Over the past few years, many companies have been rushing to advertise the fact that they have reduced the amount of plastic used in packaging and single use plastic items, in line with consumer demand for less plastic waste. However, many of these supposedly eco-friendly alternatives have turned out to be just as bad for the environment as plastic, and in some cases more so. Duncan Clark of Teysha Technologies believes that companies have leapt too quickly on the no-plastic bandwagon, without fully considering the effects of plastic substitutes on the environment.

Some manufacturers have switched to use more bio-based polymers such as PET in packaging, but at present, the majority of these polymers are still derived from petrochemicals. Some have switched from plastic bottles for drinks to glass bottles, which in theory are widely recyclable. However, the global warming potential and carbon footprint of manufacturing glass bottles is significantly higher than that of manufacturing plastic bottles, and only 45% of waste in the UK is recycled.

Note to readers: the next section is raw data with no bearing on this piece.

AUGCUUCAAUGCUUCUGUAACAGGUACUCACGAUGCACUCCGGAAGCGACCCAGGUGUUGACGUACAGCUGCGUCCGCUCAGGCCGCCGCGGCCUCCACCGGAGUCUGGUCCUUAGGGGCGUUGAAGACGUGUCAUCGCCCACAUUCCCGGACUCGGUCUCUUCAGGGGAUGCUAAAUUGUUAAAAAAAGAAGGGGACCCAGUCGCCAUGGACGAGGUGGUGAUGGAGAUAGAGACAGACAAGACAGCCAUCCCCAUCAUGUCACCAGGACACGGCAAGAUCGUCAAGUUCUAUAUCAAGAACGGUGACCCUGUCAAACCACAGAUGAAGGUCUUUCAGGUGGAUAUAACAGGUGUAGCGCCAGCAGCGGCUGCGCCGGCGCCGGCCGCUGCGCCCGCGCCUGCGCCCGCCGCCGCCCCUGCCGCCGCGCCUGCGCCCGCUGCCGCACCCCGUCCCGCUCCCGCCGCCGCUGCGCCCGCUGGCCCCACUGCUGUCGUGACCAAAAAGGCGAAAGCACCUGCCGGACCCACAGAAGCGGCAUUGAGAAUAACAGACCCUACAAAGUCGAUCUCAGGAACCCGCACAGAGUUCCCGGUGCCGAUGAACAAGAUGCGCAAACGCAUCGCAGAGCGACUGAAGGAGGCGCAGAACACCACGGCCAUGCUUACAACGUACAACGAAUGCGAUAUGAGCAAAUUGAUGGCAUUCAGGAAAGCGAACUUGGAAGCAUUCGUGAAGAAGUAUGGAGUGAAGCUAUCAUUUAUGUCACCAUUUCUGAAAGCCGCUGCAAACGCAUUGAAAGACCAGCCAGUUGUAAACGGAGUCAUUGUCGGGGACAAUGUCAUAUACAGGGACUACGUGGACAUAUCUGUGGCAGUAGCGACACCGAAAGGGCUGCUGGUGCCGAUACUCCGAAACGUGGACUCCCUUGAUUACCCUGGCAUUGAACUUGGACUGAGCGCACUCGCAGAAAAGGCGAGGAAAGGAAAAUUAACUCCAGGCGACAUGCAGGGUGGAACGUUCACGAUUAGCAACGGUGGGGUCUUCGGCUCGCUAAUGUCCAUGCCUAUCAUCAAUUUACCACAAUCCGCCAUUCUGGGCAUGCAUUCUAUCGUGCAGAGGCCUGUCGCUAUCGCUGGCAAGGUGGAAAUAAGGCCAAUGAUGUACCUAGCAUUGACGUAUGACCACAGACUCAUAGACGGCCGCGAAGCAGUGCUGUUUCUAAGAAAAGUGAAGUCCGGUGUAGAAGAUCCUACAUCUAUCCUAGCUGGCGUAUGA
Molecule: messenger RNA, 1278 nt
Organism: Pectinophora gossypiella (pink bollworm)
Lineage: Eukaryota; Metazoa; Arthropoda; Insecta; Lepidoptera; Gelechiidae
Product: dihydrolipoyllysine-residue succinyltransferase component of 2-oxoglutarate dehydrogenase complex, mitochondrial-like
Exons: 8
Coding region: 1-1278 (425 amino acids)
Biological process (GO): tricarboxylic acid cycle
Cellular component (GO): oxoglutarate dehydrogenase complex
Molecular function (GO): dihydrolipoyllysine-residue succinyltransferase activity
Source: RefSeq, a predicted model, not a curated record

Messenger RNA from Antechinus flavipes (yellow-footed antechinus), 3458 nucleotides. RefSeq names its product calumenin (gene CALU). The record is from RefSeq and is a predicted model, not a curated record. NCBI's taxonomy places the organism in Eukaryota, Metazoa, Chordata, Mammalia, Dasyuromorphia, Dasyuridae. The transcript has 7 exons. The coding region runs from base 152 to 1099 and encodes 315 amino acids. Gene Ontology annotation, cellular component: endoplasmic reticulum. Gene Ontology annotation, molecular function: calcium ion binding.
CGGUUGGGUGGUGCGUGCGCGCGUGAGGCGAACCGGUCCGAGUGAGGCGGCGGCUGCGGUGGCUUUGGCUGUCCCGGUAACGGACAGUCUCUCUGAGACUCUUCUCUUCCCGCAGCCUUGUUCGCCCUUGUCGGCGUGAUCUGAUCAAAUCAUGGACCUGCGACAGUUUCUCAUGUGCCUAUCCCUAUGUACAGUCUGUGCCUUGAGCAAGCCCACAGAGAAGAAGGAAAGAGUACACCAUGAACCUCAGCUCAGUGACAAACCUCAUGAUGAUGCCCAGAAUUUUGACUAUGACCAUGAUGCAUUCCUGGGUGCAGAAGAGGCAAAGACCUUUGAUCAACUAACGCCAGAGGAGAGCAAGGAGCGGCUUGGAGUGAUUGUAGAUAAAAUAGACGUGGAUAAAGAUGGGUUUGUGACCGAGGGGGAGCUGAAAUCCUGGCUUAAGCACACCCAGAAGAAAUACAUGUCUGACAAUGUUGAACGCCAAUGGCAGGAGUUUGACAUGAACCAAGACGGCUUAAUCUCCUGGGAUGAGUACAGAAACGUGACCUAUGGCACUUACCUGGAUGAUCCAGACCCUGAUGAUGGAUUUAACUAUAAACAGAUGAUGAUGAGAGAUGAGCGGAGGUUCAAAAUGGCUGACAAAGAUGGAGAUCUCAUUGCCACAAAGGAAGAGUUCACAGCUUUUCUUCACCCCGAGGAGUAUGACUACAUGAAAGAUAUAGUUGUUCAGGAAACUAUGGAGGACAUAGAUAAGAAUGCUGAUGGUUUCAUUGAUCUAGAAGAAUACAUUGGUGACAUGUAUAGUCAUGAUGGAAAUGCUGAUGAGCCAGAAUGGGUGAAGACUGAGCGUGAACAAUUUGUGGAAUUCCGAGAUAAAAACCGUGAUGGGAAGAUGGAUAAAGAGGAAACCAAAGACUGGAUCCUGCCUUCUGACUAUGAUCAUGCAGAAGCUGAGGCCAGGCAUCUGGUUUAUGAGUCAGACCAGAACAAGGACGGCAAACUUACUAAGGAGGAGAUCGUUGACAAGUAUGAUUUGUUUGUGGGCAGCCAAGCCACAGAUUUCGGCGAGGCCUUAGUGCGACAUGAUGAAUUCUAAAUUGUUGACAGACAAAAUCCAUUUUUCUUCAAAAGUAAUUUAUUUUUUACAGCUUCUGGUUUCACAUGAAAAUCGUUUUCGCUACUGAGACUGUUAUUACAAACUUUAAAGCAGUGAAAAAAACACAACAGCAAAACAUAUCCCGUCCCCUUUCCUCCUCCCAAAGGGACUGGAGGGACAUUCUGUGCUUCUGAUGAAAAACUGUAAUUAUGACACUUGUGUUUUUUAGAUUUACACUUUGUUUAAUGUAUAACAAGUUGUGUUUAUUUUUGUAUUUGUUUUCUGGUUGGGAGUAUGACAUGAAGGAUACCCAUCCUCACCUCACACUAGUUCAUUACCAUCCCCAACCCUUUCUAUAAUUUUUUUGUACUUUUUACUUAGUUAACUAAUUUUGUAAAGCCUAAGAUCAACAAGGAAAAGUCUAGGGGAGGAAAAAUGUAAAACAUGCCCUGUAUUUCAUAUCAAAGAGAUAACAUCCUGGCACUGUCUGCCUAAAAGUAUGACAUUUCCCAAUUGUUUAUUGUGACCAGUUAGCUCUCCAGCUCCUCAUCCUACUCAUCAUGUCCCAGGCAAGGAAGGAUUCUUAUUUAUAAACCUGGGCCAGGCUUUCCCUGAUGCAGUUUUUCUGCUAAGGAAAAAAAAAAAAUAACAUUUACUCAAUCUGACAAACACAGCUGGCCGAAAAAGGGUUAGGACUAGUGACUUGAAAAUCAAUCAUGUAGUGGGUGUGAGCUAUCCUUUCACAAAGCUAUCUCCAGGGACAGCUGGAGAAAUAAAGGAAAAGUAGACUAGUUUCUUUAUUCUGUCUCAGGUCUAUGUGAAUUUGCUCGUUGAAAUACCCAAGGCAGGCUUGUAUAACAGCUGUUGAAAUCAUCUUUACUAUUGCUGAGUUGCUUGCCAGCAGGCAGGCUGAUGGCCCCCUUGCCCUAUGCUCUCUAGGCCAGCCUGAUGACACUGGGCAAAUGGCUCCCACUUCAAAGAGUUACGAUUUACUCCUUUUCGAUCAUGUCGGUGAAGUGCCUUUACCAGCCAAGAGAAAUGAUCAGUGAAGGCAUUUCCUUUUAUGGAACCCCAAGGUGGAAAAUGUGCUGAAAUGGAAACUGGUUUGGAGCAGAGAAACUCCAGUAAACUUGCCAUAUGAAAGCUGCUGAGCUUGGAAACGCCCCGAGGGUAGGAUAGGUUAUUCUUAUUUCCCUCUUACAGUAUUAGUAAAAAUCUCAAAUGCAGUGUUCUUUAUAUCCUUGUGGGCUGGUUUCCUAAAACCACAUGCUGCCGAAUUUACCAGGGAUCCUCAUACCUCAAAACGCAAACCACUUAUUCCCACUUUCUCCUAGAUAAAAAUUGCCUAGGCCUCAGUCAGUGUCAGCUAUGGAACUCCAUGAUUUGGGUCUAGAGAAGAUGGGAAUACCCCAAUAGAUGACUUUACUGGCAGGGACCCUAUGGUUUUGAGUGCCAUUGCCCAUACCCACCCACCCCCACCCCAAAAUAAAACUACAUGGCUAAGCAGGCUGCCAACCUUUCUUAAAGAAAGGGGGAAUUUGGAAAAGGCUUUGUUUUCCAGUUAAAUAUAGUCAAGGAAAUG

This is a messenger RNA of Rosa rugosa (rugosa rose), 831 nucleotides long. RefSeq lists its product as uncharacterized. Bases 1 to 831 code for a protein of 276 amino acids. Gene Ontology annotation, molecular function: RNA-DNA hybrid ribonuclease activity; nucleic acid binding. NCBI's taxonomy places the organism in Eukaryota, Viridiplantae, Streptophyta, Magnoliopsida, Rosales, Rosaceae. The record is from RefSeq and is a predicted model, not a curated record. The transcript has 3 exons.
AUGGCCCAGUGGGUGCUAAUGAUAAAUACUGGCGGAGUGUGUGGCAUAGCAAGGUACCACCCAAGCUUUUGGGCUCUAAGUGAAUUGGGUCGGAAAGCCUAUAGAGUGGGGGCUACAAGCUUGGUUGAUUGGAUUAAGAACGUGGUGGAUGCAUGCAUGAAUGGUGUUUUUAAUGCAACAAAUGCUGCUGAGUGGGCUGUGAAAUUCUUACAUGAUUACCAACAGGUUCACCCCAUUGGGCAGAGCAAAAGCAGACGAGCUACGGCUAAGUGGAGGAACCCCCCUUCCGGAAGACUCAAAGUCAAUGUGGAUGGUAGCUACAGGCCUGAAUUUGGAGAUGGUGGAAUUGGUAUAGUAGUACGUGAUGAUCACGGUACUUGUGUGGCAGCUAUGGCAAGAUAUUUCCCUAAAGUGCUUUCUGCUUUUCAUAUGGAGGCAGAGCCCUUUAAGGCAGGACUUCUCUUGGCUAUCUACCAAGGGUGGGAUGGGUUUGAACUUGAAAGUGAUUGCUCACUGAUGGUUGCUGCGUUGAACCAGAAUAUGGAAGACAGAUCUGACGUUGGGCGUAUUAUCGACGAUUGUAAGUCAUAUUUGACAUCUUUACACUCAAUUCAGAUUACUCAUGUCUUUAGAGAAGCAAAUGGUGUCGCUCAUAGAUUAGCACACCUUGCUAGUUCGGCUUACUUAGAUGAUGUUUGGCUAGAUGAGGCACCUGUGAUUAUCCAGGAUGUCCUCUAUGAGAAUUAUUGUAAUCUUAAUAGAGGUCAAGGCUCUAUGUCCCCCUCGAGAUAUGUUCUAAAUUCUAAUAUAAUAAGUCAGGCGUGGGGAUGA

The fast food giant McDonalds famously switched to using paper straws in response to consumer demand for less single-use plastic. This was an admirable effort in principle, but in reality, there were difficulties recycling the new paper straws, whereas the previous plastic versions were readily recyclable. Many food and drink manufacturers began using Tetra Pak composite cartons, which again encountered difficulties in terms of recyclability as they were often fitted with polyethylene caps and aluminium foil liners.

More research is required into alternatives for plastics that are fully biodegradable or recyclable yet offer the same level of convenience to the consumer as plastic. Research into biopolymers could result in the solution. Teysha Technologies has developed a revolutionary second-generation platform for bioplastics that can fully degrade after their useful life, when subjected to a specific set of natural circumstances.

Matthew Stone, Teysha Technologies’ Managing Director, specialises in clean technology, biomass processing, and the commercialisation of new technologies. Teysha has recently raised a round of funding from angel investors, with the investment being used to secure contracts and deliver prototypes. With serious investment, polymer technologies have the potential to tackle the challenges the planet is facing from overuse of plastics head-on.